People from across the world come to the United States seeking a better life for themselves and their families. Once they arrive, they generally tend to congregate in similar areas and live amongst each other, which creates a feeling of community and connectedness in a place that isn’t their native land.
For healthcare professionals, it’s not uncommon to encounter patients whose native languages are something other than English. This can become challenging when it comes to providing treatment, both for the patient and the healthcare provider. As the U.S. becomes more culturally diverse, the ability to speak multiple languages has become increasingly important in the healthcare industry.1
According to 2015 census estimates, there are roughly 56 million Hispanic people living in the U.S., accounting for more than 17 percent of the country’s total population.2 It should come as no surprise then that Spanish is the second most commonly spoken language in the United States.3 If the number of speakers continues to grow at this rate, the U.S. could become the largest Spanish-speaking country in the world by 2050.4
Spanish isn’t the only language that can help you expand your reach and communicate more effectively as a healthcare professional. The Asian population is currently the fastest-growing minority group in the country and is expected to grow by nearly 115 percent, reaching over 34 million people, by 2050.5 This means it’s even more important to consider the value of learning a second language to better support your community’s health.
Census Bureau findings also indicate that people who speak Chinese, Korean and Vietnamese may have a harder time learning English than someone with a Spanish-speaking background, which can have heavy implications in healthcare.6 Although interpreters can be utilized to help bridge language barriers, this is usually not an ideal solution, as it means bringing a stranger who is probably unfamiliar with the patient and their needs into their medical conversation.
More so, being able to speak a patient’s native language can also mean helping their family to better understand the diagnosis and available treatment options.7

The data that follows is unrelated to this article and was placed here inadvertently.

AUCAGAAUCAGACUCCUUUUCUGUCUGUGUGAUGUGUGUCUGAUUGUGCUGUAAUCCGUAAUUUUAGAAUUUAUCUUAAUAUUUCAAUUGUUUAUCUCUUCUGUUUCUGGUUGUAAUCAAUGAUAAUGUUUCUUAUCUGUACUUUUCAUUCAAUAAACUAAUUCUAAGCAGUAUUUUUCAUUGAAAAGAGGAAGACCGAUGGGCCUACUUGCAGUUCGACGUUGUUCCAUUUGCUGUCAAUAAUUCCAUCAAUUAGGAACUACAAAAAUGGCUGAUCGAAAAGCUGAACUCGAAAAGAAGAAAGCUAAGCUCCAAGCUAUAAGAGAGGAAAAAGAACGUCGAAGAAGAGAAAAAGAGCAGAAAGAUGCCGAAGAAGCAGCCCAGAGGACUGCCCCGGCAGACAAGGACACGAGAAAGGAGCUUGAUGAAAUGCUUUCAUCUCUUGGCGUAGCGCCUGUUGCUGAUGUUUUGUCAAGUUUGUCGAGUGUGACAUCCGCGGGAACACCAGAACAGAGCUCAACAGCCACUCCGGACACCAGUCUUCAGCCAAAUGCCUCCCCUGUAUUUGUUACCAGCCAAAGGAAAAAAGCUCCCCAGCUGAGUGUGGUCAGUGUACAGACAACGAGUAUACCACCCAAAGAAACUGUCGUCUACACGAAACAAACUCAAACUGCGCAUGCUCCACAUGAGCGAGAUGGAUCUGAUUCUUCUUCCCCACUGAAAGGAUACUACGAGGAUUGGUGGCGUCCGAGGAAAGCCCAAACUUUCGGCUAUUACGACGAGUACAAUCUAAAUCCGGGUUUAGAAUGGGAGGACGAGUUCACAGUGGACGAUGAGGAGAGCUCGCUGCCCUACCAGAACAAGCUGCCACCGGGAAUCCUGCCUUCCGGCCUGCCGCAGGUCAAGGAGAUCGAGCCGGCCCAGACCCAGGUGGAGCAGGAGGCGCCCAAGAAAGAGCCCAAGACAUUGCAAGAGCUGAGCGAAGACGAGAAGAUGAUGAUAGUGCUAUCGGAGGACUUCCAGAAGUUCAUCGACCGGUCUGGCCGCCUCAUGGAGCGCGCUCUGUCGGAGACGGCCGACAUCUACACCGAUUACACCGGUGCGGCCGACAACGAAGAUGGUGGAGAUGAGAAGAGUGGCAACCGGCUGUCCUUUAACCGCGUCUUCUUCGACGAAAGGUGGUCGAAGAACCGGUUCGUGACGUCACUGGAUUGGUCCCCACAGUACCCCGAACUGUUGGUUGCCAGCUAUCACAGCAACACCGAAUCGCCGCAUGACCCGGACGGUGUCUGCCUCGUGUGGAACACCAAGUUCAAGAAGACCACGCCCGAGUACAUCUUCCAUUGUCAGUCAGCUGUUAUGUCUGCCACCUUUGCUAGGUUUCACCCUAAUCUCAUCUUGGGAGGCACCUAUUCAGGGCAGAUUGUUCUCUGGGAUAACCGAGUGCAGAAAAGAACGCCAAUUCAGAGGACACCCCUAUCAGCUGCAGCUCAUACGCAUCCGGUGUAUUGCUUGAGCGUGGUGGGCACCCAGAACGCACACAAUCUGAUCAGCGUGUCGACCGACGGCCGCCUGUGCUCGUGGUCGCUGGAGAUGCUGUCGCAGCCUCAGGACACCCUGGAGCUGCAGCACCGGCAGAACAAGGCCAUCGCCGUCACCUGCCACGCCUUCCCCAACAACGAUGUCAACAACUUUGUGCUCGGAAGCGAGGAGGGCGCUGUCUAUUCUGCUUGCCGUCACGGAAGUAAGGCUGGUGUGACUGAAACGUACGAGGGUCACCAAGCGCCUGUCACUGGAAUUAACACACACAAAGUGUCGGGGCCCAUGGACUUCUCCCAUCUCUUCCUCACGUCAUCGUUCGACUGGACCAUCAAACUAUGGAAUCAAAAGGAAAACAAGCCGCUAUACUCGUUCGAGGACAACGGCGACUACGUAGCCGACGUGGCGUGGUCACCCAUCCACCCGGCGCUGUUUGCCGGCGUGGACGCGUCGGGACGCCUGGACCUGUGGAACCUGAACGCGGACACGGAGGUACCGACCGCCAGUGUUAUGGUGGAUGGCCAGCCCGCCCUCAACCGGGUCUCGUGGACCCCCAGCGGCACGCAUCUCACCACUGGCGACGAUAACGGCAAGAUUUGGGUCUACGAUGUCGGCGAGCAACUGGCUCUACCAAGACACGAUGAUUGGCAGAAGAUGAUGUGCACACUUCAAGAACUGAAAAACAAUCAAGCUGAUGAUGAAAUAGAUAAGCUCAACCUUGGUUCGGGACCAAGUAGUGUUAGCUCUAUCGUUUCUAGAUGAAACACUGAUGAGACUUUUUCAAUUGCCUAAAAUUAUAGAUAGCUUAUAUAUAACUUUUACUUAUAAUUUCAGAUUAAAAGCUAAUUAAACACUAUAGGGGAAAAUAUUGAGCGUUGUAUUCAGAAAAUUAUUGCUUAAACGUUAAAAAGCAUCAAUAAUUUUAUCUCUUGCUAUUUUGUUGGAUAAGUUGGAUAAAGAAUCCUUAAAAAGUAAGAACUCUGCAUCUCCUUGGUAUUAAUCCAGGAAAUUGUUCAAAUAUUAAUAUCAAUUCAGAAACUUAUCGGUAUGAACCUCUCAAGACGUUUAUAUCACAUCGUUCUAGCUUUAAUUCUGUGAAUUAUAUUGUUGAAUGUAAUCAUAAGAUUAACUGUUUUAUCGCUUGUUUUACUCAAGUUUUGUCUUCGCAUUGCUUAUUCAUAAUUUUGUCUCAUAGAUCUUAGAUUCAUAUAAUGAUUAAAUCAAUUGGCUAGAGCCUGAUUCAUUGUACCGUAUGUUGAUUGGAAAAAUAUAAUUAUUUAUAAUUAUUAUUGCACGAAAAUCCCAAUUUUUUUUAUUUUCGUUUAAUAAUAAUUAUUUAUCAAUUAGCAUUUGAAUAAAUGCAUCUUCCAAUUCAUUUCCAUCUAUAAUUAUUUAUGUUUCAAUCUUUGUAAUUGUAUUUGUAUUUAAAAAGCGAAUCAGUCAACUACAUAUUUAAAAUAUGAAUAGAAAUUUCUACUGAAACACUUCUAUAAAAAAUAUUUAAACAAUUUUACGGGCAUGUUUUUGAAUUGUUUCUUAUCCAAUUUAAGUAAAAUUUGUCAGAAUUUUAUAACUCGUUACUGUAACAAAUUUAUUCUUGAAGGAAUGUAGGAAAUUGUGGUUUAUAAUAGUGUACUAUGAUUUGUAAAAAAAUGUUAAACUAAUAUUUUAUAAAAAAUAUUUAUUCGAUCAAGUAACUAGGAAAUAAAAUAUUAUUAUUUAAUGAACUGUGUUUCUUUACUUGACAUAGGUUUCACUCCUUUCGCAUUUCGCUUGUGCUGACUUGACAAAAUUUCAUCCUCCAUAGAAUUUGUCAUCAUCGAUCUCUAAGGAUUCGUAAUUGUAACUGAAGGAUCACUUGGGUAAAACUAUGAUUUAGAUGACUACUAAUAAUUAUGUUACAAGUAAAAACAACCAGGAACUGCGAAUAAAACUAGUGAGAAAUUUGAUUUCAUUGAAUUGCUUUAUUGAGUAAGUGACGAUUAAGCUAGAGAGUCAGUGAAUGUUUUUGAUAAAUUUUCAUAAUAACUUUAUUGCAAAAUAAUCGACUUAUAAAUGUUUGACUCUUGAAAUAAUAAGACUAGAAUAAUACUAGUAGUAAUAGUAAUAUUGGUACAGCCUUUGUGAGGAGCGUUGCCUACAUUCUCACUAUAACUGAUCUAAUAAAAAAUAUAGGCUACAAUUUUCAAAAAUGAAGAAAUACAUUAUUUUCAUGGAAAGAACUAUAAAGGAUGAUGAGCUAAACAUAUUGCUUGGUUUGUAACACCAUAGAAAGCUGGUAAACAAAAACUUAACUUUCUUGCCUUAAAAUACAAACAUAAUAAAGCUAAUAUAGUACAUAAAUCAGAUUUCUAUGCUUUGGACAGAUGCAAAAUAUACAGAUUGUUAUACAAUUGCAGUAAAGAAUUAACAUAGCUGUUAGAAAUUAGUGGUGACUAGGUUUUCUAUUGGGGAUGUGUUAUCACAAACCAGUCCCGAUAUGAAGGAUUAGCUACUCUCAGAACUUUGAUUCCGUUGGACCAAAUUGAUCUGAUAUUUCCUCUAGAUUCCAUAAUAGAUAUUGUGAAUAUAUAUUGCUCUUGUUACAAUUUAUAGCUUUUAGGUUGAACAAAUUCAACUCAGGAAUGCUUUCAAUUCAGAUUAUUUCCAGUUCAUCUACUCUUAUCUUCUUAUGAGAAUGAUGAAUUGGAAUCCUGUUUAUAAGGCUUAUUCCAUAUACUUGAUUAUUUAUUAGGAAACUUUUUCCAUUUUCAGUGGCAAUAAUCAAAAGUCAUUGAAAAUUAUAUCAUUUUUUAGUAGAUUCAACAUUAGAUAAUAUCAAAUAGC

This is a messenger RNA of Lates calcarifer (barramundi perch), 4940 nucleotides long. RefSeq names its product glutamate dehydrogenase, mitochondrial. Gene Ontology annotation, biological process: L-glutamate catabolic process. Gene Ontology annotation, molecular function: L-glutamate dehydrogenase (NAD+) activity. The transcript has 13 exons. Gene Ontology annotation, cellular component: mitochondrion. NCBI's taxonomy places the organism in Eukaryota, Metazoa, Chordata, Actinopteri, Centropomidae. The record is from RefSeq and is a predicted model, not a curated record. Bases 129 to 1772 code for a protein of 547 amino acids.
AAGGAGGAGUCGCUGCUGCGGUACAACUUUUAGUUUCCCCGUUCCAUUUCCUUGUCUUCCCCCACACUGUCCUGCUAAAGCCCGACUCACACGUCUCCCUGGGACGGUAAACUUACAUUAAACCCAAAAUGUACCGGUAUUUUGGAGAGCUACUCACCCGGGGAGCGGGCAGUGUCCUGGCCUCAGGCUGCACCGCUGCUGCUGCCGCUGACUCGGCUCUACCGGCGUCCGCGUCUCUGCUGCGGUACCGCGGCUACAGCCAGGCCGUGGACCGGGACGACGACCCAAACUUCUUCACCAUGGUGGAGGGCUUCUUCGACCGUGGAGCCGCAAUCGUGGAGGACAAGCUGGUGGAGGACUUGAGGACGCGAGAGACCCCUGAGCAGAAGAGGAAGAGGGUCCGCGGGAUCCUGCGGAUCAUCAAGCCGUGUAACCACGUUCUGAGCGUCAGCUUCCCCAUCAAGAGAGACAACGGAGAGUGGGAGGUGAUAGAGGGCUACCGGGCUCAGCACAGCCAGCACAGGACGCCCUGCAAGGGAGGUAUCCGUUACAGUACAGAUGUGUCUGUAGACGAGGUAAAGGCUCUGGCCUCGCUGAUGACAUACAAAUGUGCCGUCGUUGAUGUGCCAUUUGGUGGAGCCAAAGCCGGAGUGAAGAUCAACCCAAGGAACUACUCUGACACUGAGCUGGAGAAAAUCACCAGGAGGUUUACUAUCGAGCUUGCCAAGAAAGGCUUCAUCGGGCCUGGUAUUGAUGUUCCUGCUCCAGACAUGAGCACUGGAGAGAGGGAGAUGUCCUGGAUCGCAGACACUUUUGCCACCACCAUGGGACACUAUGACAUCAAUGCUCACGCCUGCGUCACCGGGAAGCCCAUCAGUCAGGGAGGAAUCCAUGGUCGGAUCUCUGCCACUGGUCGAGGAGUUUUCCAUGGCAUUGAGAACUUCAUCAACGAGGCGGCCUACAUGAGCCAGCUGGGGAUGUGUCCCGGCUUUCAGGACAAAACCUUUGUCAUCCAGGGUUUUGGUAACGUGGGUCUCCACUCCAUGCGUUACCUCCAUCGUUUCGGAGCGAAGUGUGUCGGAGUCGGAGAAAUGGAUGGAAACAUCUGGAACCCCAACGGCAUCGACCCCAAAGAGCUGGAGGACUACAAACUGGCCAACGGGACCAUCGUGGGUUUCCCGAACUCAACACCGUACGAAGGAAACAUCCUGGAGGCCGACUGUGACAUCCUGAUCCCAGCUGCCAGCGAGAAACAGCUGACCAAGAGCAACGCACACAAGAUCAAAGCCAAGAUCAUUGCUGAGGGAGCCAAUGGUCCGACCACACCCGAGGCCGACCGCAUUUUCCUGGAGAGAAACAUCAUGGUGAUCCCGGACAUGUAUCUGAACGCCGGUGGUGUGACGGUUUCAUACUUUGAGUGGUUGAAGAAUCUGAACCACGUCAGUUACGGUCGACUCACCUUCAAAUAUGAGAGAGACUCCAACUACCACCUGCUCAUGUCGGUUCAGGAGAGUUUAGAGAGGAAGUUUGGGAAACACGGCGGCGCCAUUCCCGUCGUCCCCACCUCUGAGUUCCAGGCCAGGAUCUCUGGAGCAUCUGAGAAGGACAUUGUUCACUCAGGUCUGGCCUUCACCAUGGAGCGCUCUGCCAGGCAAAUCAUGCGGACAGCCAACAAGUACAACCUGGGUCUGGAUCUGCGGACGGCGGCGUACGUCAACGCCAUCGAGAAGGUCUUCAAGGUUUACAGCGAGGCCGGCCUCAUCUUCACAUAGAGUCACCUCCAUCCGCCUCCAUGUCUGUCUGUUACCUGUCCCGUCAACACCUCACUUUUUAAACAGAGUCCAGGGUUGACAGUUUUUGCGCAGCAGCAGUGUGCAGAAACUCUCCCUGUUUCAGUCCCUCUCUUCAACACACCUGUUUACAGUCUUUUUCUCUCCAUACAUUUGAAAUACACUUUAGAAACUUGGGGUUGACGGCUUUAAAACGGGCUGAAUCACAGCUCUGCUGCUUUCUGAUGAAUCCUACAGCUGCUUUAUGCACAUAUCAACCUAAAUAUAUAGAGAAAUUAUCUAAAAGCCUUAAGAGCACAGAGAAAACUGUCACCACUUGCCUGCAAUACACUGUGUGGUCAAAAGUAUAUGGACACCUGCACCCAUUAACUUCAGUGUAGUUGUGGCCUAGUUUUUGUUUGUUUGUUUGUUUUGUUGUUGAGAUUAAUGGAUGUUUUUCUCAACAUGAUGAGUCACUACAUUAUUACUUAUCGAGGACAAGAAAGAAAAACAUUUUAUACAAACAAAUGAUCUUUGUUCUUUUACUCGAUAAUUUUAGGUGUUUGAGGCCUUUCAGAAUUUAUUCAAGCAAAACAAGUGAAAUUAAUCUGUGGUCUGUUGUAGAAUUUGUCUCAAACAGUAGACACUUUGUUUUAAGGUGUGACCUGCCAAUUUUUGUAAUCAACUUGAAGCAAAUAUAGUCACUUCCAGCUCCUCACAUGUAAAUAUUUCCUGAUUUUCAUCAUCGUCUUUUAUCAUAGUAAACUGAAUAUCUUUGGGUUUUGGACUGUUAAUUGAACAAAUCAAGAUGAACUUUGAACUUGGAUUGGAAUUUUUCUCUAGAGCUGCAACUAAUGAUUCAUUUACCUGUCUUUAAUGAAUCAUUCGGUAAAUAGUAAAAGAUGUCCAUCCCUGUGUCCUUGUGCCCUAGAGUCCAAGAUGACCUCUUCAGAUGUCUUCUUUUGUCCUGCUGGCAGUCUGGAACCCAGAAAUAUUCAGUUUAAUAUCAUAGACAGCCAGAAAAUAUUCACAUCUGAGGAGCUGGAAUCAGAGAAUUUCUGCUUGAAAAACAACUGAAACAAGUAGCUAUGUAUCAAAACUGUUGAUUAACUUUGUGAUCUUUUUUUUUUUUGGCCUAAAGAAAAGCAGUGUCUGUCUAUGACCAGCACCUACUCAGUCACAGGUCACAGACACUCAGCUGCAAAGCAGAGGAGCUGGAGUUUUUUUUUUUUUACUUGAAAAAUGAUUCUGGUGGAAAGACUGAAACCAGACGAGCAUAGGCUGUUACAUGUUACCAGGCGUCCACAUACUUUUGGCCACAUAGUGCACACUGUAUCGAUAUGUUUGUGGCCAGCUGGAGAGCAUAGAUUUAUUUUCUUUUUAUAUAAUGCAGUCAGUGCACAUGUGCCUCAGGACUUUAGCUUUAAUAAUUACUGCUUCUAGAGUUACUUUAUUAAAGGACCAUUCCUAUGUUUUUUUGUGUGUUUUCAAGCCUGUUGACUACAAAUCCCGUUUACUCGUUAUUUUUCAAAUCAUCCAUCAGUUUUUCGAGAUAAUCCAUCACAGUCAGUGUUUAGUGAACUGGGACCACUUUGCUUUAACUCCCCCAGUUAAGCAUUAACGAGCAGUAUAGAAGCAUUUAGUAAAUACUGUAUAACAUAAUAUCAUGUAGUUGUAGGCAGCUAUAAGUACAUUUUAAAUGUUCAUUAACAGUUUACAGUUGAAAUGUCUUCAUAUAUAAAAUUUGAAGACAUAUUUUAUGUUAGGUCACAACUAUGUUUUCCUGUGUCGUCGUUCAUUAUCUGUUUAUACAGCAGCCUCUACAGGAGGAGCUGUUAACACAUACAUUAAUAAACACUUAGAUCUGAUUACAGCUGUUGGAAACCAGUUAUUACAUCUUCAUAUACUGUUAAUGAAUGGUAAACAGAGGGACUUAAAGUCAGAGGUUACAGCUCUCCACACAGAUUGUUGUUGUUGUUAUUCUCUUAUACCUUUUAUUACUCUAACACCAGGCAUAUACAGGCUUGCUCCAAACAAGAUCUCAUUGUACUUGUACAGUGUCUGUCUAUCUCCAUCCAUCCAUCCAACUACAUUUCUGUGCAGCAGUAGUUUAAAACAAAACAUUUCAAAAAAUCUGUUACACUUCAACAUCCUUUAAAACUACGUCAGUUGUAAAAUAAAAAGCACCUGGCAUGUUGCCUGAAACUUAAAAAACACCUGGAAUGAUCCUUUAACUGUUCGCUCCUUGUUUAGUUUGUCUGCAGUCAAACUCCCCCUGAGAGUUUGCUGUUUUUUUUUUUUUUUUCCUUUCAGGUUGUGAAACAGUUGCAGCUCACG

Multilingual professionals have the opportunity to connect with non-English-speaking patients in a more meaningful way, helping to provide a more comfortable experience and a better quality of care by communicating in a way the patient can fully understand. This skill can also help healthcare professionals better understand and assess the patient’s needs, ideally determining what level of care is required.
In addition to helping to improve communication and patient care within your current role, adding another language to your resume can also expand the scope of opportunities for your career.8 Bilingual healthcare professionals have access to a wider range of in-demand jobs than candidates who are fluent only in English.1 A brief glance at healthcare-related job boards will show you just how in demand bilingual professionals are in healthcare. Knowing a second language can make you an invaluable asset within the healthcare community, helping you to pursue a diverse number of roles throughout the industry.
1. The New American Economy. (March 2017). Not Lost in Translation: The Growing Importance of Foreign Language Skills in the U.S. Job Market. Retrieved on April 25, 2017, from newamericaneconomy.org/wp-content/uploads/2017/03/NAE_Bilingual_V6.pdf
2. U.S. Census Bureau. (October 2016). FFF: Hispanic Heritage Month 2016. Retrieved on April 25, 2017, from http://www.census.gov/newsroom/facts-for-features/2016/cb16-ff16.html
3. CNN. (March 2017). Hispanics in the US Fast Facts. Retrieved on April 23, 2017, from http://www.cnn.com/2013/09/20/us/hispanics-in-the-u-s-/
4. Diez, M. (June 2015). By 2050, the US Could Have More Spanish Speakers than Any Other Country. Retrieved on April 23, 2017, from http://www.qz.com/441174/by-2050-united-states-will-have-more-spanish-speakers-than-any-other-country/
5. Cox, W. (January 2015). Asians: America’s Fastest Growing Minority. Retrieved on April 23, 2017, from http://www.newgeography.com/content/004825-asians-americas-fastest-growing-minority
6. Dinan, S. (November 2015). Asian-American Immigrants Have More Difficulty Mastering English than Hispanics. Retrieved on April 23, 2017, from http://www.washingtontimes.com/news/2015/nov/3/more-350-languages-spoken-us/
7. Bendfeldt-Diaz, P. (March 2016). Why We Need More Latino Nurses. Retrieved on April 23, 2017, from http://www.growingupbilingual.com/2015/education/need-latino-nurses/
8. Manafian, L. Market Your Bilingual Skills. Retrieved on April 25, 2017, from http://www.monster.com/career-advice/article/market-your-bilingual-skills